Examining Humanity in Bernard Beckett’s Genesis: Anaximander, Plato, Classical Philosophy and Gothic in Dystopian Fiction for Young Adults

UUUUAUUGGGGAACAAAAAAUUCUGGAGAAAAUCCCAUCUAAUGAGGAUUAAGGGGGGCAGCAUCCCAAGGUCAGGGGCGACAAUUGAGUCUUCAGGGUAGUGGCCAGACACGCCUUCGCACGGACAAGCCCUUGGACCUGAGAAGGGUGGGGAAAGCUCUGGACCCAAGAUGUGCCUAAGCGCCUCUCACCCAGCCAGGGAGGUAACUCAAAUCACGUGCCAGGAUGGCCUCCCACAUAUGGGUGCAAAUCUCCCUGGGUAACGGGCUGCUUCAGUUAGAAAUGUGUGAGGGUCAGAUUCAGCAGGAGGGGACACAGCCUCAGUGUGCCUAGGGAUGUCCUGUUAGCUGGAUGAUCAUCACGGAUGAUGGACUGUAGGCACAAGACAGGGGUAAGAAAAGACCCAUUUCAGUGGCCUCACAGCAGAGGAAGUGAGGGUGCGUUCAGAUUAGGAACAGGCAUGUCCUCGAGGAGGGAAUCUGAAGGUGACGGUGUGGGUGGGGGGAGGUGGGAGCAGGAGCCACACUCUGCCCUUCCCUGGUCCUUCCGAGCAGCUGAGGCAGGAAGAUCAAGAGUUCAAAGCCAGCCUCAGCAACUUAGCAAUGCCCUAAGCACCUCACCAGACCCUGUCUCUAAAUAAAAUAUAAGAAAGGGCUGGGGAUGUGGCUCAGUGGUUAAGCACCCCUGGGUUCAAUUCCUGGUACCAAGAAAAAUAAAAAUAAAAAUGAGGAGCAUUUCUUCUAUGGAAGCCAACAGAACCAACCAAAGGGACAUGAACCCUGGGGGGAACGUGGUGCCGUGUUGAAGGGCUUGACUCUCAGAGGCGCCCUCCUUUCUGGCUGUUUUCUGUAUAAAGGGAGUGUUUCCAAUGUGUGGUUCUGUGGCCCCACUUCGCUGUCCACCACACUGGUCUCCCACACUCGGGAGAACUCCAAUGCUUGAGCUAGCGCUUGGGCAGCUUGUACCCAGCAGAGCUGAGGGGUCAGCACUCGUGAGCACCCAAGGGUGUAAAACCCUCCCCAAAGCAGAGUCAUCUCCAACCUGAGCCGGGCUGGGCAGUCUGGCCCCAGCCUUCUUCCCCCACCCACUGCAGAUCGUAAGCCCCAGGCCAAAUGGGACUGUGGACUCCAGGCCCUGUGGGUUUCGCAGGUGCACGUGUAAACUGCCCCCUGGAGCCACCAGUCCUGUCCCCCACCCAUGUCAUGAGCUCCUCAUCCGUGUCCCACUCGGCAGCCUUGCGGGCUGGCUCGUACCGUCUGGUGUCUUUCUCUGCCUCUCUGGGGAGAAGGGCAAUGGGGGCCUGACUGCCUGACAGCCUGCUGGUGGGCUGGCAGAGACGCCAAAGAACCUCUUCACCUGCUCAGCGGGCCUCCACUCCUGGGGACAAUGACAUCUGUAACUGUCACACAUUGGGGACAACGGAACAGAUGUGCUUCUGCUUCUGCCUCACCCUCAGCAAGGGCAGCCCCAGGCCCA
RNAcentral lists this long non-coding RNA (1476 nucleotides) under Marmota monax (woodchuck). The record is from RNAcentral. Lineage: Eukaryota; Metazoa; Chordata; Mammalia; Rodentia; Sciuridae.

New Zealand author Bernard Beckett’s young adult novel Genesis (2006) blends classical philosophy and Gothic tropes in a dystopian novel about the nature and ends of humanity. It is a curious work, presented in the form of philosophical dialogue and set in a future world known as The Republic, in which robots have triumphed over humanity and formed a new society based on rational order. Yet sinister underpinnings to their society and their emotional origin-story, which forms the core of this novel, show both that their rational world order is built on lies, deception, and murder, and that the human soul is harder to be rid of than they imagine. The clash between robots and humans is depicted as a clash between reason and passion, and also as a clash between a classical calm (seen in the Republic’s emphasis on classical philosophy) and the Gothic emotions associated with the dark, but emotional, side of humanity. Genesis is a compelling reflection on the nature of the human soul, aimed at young readers. This paper will trace how that reflection plays out through Beckett’s use of classical and Gothic ideals in an unusually thought-provoking dystopian work for young readers.
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